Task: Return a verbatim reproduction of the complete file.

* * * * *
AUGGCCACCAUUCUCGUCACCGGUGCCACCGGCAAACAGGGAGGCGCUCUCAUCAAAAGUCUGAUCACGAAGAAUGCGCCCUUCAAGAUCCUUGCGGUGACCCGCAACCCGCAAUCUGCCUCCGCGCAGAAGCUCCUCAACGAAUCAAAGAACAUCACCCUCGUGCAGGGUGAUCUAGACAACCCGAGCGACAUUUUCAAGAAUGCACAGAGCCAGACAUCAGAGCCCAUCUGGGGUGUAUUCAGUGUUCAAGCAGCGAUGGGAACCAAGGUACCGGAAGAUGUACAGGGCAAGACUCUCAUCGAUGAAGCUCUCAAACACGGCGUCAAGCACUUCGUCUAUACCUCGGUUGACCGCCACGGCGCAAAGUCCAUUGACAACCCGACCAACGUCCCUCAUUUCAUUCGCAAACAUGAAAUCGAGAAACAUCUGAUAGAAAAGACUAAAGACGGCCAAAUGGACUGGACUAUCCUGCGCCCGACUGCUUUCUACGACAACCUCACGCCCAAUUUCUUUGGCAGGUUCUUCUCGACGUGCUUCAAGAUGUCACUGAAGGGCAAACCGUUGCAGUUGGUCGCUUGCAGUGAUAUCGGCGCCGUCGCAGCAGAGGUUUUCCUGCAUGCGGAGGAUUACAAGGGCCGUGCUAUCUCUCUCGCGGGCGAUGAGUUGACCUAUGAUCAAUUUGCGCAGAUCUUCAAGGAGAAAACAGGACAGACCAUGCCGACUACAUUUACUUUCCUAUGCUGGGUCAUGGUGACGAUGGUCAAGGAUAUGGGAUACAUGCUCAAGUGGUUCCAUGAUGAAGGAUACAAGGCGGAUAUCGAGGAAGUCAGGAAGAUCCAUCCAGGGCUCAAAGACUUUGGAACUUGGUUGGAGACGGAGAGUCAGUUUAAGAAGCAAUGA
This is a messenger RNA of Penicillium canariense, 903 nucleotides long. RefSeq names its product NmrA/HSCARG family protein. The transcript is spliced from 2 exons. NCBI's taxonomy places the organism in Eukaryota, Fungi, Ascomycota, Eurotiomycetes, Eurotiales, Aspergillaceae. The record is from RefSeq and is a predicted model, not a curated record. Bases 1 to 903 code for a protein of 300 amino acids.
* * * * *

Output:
AUGGCCACCAUUCUCGUCACCGGUGCCACCGGCAAACAGGGAGGCGCUCUCAUCAAAAGUCUGAUCACGAAGAAUGCGCCCUUCAAGAUCCUUGCGGUGACCCGCAACCCGCAAUCUGCCUCCGCGCAGAAGCUCCUCAACGAAUCAAAGAACAUCACCCUCGUGCAGGGUGAUCUAGACAACCCGAGCGACAUUUUCAAGAAUGCACAGAGCCAGACAUCAGAGCCCAUCUGGGGUGUAUUCAGUGUUCAAGCAGCGAUGGGAACCAAGGUACCGGAAGAUGUACAGGGCAAGACUCUCAUCGAUGAAGCUCUCAAACACGGCGUCAAGCACUUCGUCUAUACCUCGGUUGACCGCCACGGCGCAAAGUCCAUUGACAACCCGACCAACGUCCCUCAUUUCAUUCGCAAACAUGAAAUCGAGAAACAUCUGAUAGAAAAGACUAAAGACGGCCAAAUGGACUGGACUAUCCUGCGCCCGACUGCUUUCUACGACAACCUCACGCCCAAUUUCUUUGGCAGGUUCUUCUCGACGUGCUUCAAGAUGUCACUGAAGGGCAAACCGUUGCAGUUGGUCGCUUGCAGUGAUAUCGGCGCCGUCGCAGCAGAGGUUUUCCUGCAUGCGGAGGAUUACAAGGGCCGUGCUAUCUCUCUCGCGGGCGAUGAGUUGACCUAUGAUCAAUUUGCGCAGAUCUUCAAGGAGAAAACAGGACAGACCAUGCCGACUACAUUUACUUUCCUAUGCUGGGUCAUGGUGACGAUGGUCAAGGAUAUGGGAUACAUGCUCAAGUGGUUCCAUGAUGAAGGAUACAAGGCGGAUAUCGAGGAAGUCAGGAAGAUCCAUCCAGGGCUCAAAGACUUUGGAACUUGGUUGGAGACGGAGAGUCAGUUUAAGAAGCAAUGA
This is a messenger RNA of Penicillium canariense, 903 nucleotides long. RefSeq names its product NmrA/HSCARG family protein. The transcript is spliced from 2 exons. NCBI's taxonomy places the organism in Eukaryota, Fungi, Ascomycota, Eurotiomycetes, Eurotiales, Aspergillaceae. The record is from RefSeq and is a predicted model, not a curated record. Bases 1 to 903 code for a protein of 300 amino acids.